Babylon, NY - May 6, 2015 - New York State will receive a $1 million U.S. Department of Agriculture (USDA) grant to restore trees in communities affected by the Asian long-horned beetle (ALB), the state Department of Environmental Conservation announced today at a ceremony in the town of Babylon in Suffolk County. The grant is part of an interagency agreement to partner with USDA's Animal Plant Health Inspection Service (APHIS), USDA's Forest Service, state Department of Agriculture and Markets (DAM) and local partners to replant publicly and privately owned trees removed as part of the Asian long-horned beetle eradication program.
"The replanting of these trees will help preserve the tree canopy lost since the Asian long-horned beetle was found in Amityville since 2008," said DEC Commissioner Joe Martens. "Thanks to the efforts of citizens and the support of local government, we are proactively replacing trees in key locations."
Since July 2013 newly discovered infested trees within the quarantine zone on Long Island, largely within the Town of Babylon, have been removed by DAM to control the spread of the pest.
The grant funding will be used to replant trees starting this spring at these locations:
- The town of Babylon will replant more than 100 trees on public property including sites along Routes 109 and 110 and around Republic Airport.
- Trees removed along the Southern State Parkway will be replanted in agreement with the DEC and in accordance with the federal guidelines set forth by the USDA. The town of Babylon will replant trees removed from municipal property.
- Cornell Cooperative Extension of Nassau County will use $595,000 to coordinate replanting on private property including private residential yards; St. Charles Cemetery; New Montefiore Cemetery; St. Charles Cemetery and Mt. Ararat Cemetery.
State Agriculture Commissioner Richard A. Ball said, "Public awareness and a quick response to newly discovered infested trees are critical in our efforts to combat the Asian long horned beetle, which has the potential to cause significant environmental and economic damage throughout New York State. Thanks to our partnership with DEC, the USDA and Cornell Cooperative Extension, the communities of Long Island are successfully working toward eradication and the new plantings will provide an opportunity for healthy new tree growth and regeneration for years to come."
In 2013 an alert citizen contacted DEC's central office which resulted in USDA's APHIS and DAM responding and identifying 500 newly infested trees. Currently, 137 square miles are under regulation for ALB in New York, which includes the New York City boroughs of Brooklyn and Queens, and a portion of central Long Island. Infestations in Manhattan, Staten Island, and Islip have all been eradicated.
To raise awareness about this invasive pest, a ceremonial tree was planted by partner groups. Residents will be given the opportunity to have a replacement tree planted at or near the site of the tree removed in the eradication program. Cornell Cooperative Extension educators will provide materials regarding the "Right Tree, Right Place" method and maintenance tips to help the new tree survive.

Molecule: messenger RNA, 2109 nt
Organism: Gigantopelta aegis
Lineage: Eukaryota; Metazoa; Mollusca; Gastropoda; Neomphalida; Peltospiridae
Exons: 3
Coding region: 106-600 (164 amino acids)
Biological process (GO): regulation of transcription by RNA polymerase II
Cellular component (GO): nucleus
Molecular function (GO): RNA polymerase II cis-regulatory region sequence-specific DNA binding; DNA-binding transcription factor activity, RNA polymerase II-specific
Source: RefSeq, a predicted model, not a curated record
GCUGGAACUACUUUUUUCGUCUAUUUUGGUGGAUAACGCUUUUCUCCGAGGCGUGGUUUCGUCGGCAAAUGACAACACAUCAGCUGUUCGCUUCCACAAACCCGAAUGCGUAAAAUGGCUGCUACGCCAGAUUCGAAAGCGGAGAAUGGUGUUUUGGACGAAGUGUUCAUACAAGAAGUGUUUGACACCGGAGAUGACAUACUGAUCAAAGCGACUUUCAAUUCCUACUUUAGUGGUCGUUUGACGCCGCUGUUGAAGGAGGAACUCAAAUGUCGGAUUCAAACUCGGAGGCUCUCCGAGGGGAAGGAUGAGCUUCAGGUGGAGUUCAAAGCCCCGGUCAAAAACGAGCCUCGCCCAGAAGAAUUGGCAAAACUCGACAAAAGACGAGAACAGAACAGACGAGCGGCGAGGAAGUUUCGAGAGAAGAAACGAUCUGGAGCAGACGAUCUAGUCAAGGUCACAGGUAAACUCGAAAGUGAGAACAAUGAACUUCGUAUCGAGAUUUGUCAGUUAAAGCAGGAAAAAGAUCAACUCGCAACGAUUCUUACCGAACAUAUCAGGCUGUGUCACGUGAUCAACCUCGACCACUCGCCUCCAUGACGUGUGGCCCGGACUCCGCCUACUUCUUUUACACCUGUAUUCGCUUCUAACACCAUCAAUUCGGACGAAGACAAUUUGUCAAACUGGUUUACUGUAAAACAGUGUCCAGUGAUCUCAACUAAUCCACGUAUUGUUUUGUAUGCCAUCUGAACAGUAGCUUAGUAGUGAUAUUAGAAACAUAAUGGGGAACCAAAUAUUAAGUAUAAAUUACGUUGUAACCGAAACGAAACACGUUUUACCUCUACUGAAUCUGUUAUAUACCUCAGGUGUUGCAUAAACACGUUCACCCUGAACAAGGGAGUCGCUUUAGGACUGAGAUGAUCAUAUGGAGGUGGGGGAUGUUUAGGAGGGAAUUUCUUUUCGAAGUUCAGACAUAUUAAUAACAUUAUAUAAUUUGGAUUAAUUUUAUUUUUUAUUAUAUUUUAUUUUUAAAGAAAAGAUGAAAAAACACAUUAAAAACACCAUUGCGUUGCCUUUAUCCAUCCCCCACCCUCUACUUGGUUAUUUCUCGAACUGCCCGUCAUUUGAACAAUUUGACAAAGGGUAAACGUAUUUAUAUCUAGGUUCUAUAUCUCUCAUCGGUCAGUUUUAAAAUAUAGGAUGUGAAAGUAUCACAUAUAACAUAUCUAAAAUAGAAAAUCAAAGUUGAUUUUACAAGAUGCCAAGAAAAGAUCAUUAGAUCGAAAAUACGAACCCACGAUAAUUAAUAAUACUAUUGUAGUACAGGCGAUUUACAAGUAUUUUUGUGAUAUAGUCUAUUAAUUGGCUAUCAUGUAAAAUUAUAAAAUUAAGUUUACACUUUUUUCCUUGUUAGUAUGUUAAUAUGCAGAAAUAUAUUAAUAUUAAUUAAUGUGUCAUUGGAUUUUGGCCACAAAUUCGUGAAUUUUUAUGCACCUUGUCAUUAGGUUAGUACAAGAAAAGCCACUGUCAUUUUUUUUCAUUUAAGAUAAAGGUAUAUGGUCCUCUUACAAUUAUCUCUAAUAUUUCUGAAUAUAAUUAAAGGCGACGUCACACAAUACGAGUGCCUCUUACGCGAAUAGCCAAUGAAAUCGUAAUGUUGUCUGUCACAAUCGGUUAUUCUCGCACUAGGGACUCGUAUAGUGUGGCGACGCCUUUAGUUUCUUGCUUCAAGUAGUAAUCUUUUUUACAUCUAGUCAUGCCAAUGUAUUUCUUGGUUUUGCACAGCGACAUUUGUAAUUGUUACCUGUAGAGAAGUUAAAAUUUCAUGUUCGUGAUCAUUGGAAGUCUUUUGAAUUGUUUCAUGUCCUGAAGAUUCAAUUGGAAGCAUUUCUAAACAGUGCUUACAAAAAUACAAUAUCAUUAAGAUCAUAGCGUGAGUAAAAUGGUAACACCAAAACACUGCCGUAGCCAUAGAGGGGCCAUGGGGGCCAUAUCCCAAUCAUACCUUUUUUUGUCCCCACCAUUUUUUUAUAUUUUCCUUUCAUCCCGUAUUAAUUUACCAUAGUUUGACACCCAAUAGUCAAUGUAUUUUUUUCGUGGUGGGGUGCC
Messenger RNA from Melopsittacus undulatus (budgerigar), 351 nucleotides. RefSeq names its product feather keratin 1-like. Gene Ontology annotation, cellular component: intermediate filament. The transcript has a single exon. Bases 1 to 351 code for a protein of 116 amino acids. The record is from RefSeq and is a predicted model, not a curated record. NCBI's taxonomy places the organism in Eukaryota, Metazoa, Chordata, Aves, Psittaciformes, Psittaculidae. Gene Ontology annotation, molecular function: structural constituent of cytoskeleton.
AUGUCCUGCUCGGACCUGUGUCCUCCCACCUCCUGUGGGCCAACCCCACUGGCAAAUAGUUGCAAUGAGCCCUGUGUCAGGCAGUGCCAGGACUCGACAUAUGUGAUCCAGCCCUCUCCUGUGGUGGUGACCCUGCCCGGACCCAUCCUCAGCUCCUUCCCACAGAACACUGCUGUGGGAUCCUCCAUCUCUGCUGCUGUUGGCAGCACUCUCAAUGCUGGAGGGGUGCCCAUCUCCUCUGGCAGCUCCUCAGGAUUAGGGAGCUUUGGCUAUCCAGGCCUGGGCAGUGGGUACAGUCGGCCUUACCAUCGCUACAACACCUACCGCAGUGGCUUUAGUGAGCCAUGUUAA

The Asian long-horned beetle is a dangerous pest of hardwood trees. Native to China, Japan and Korea, the insect was likely transported via packing materials used for international shipping. The first infestation was discovered in Brooklyn in 1996. It has also been found in Queens, Nassau County and other sections of Suffolk County. The Town of Islip was declared eradicated of the beetle in 2011.
Cornell Cooperative Extension of Nassau County (CCENC) - Private Tree Planting sites have been identified with the assistance of DAM. CCENC staff will visit owners to confirm acceptance of a tree, pick the site and arrange the planting. CCENC will use contractors, staff and volunteers to do planting. Owners will be trained to carry out tree maintenance, particularly watering. The estimated tree planting number to be planted on private property is 1500 trees. Public education, training and outreach will be carried out in the area of the tree removals.
"With our local, state and federal partners, USDA is doing everything it can to eradicate ALB in New York and restore a healthy population of trees to the affected communities," said Dr. Robyn Rose, National Policy Manager for USDA's National Asian Long-horned Beetle Eradication Program. "We also urge the public to remain vigilant in reporting any sightings of the pest. Together we can eradicate this beetle and ensure the health of our nation's trees and the local economies that depend on them."
"Trees provide many benefits to the environment and the people that live in these communities," said John Parry, U.S. Forest Service urban forester. "We are glad to assist our partners in replanting their urban forest."
"On behalf of Cornell Cooperative Extension of Nassau County and the County residents we serve, I want to express my gratitude in being selected for this re-planting/educational grant from APHIS, USDA- US Forest Service and NYS-DEC," said Gregory M. Sandor, Executive Director, CCE-NC. "We look forward to working with the many different partners joining forces on this project. Trees not only provide beauty in our landscapes but also provide social, communal, environmental and economic benefits for all. We are confident that the project will be a tremendous success."
DEC's Urban Forestry Program will continue to coordinate the project, provide outreach and technical assistance. Visit DEC's website for more information on ALB in New York State, including the ALB locations map.